ube is cooked with sugar and eaten as a sweetened dessert or jam called ube halaya which is a bright violet color. Ube is also an ingredient in the fruity dessert halo halo, another popular Filipino dessert.
Puto bumbong is a purple colored glutinous rice cake steamed upright in a bamboo shaft topped with fresh grated coconut and brown sugar or even rice rolls made in specialized bamboo sections made out of pirurutong or purple sticky rice with the addition of ube (purple yam) as a coloring and flavor enhancer. It is then wrapped in banana leaves then is served after a few minutes. This steamed delicacy is served with butter or margarine, sugar (preferable the muscovado kind) and grated coconut. It is usually a christmas meal in the philippines usually served to farmers in the spanish times for Dawn Masses. It is usually paired with Bibingka (wheat flour with butter, sugar and grated coconut plus salabat (ginger tea)) but since it's popularity has sky rocketed, it is available all year round! Via Mare Restaurants make the best Puto Bumbong!
bibingka is a Popular Filipino Cake, it was originally eaten only during the christmas season wherever the Dawn Masses (Misa De Gallo) would start but it spread in it's popularity that it is available today all year round. It is available into 3 types, the Bibingka made with Flour, The Bibingka Galapong, Made with Rice Flour and the Cassava Bibingka, made with rootcrop Cassava. It is also popular in Goa in India, East Timor and Macau where it is known as Bebinca. In the portugese version it is made with flour plus Ghee (a kind of indian butter).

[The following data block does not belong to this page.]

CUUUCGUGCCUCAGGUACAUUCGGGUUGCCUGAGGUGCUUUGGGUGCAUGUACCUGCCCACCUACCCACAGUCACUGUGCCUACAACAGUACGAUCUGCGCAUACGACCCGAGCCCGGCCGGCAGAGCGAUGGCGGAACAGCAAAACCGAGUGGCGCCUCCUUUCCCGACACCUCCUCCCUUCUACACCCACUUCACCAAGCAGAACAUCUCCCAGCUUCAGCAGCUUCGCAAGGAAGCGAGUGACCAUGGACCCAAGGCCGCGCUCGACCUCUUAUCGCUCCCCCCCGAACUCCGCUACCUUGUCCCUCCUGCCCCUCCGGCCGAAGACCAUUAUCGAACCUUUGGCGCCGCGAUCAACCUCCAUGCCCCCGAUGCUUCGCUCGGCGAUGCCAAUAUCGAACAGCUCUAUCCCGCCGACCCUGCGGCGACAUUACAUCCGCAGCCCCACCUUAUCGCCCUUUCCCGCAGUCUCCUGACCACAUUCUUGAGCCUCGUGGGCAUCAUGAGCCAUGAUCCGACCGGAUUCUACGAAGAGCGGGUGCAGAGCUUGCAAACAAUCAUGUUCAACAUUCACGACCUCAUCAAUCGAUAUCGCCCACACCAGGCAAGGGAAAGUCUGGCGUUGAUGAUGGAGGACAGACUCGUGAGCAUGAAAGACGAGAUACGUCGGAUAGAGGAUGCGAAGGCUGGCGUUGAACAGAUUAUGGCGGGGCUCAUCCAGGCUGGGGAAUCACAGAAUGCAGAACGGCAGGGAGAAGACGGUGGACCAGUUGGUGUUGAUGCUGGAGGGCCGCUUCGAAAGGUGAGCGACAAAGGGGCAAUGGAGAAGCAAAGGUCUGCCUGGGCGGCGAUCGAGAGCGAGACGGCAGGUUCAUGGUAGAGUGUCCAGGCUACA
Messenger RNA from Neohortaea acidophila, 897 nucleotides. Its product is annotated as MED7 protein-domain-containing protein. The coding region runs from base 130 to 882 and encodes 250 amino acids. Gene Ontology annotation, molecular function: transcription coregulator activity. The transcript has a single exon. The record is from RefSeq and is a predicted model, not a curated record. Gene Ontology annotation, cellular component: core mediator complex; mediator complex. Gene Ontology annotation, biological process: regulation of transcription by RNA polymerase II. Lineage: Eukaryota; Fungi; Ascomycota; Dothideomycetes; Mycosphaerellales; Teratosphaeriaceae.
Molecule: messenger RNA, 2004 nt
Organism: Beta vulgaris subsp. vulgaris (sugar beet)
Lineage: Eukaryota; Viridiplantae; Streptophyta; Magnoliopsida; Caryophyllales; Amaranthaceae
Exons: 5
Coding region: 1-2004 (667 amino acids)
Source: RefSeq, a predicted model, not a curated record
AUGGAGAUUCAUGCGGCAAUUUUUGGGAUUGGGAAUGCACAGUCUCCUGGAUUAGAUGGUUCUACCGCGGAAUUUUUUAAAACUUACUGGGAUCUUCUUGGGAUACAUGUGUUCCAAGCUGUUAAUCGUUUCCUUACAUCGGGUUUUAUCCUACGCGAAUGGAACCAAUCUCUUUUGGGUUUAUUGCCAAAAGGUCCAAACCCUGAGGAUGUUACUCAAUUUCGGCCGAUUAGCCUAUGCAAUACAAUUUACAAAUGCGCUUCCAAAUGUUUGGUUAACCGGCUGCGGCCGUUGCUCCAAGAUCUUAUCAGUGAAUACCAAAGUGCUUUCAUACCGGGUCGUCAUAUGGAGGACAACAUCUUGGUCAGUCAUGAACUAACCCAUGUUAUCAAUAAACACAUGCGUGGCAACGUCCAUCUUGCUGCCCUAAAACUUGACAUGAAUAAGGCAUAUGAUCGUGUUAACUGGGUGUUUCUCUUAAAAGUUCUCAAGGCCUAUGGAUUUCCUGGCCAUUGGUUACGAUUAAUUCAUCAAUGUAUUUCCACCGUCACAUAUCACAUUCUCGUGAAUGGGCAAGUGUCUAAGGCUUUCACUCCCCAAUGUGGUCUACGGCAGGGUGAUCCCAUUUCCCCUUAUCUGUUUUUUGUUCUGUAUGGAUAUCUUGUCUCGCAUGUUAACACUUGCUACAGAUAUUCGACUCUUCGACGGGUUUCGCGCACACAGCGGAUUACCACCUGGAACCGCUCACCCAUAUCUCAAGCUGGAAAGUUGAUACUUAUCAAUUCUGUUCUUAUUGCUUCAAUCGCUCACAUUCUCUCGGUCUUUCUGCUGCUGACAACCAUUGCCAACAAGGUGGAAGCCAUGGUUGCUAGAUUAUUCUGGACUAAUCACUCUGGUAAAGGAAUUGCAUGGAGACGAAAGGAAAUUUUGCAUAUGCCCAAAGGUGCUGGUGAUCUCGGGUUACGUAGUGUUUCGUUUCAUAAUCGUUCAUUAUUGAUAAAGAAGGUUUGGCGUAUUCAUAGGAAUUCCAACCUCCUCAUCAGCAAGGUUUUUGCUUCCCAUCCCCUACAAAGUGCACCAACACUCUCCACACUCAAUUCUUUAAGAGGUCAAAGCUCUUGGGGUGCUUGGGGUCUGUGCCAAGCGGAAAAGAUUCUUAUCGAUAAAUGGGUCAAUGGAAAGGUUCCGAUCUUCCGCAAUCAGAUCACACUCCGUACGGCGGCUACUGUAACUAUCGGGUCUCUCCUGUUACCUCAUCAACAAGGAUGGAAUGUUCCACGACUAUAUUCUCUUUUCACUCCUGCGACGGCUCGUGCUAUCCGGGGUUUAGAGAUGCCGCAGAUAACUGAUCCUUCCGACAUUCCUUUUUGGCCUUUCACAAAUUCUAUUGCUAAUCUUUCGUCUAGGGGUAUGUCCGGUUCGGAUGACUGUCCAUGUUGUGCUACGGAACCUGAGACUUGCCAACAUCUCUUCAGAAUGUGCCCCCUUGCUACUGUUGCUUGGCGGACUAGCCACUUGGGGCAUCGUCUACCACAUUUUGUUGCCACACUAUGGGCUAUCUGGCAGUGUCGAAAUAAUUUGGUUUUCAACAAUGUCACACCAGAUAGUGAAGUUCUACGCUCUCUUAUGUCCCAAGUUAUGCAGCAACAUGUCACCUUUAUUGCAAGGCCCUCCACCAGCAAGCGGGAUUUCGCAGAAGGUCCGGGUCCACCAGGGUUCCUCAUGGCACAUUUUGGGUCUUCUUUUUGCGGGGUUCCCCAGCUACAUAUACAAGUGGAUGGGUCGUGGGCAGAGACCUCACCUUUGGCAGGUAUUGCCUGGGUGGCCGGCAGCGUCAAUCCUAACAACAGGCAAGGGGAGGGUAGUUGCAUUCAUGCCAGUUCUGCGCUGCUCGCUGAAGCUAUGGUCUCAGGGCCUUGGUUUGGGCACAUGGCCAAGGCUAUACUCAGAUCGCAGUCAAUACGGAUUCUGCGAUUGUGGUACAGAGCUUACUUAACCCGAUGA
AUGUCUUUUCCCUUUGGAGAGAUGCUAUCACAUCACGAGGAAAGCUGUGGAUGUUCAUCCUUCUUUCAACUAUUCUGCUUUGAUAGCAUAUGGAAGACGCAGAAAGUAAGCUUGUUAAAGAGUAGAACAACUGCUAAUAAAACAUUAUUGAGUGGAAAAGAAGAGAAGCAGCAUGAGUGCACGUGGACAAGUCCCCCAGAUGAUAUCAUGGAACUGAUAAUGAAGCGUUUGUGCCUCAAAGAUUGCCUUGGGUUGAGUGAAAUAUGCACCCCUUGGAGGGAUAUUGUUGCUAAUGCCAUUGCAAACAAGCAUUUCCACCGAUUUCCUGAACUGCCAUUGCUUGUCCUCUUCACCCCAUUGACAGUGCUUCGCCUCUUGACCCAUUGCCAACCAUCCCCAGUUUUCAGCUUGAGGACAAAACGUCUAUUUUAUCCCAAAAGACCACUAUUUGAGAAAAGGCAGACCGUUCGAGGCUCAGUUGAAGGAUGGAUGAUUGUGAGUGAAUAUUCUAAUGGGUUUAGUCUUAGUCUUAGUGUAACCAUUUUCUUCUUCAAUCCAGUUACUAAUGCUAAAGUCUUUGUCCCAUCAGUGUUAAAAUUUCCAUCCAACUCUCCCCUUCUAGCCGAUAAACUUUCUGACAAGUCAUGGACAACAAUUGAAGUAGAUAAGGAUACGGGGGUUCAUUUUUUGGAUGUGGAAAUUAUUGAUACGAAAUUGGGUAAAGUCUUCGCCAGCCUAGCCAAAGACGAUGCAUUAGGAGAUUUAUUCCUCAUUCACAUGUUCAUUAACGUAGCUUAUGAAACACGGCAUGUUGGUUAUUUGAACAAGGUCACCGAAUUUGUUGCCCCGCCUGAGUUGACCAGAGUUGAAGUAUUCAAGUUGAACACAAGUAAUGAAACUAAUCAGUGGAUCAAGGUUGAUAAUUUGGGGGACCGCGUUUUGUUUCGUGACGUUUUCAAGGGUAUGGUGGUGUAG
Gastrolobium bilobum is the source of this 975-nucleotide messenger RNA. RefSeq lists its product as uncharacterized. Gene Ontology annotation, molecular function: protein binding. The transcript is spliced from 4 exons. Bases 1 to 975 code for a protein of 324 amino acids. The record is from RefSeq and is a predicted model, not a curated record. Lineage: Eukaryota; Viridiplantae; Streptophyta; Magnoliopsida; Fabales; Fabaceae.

In the Filipino method of preparation, rice flour or wheat flour is used and sliced salted duck eggs plus quesong puti, a semi-soft white cheese made from carabao's milk (similar to bufala mozzarella) are added into the batter before baking (the baking process is similar to that of the bebinca). Before being served, butter or margarine is spread and sugar is sprinkled over the bibingka. It is typically served with grated coconut.
baking the bibingka is no small matter. the batter is poured into a clay pot or coconut shell lined with banana leaf--the leaf is there to make it easier to lift the bibingka out, but it also imparts a wonderful aroma to the cake. the pot is placed on small clay coal-fired oven, and then a metal tray covered with more of the hot coal is placed on top of the pot, and the cake is carefully watched for a few minutes until it has gently risen, the cheese has melted, and the top has browned and blistered. once out, the leaf-lined cake is wrapped up in more banana leaves to keep it warm and toasty; then some newspaper, with a generous bag of grated coconut wrapped within, a final bind of twine and you are sent on your merry little way.
Via Mare Restaurant makes the best Bibingka!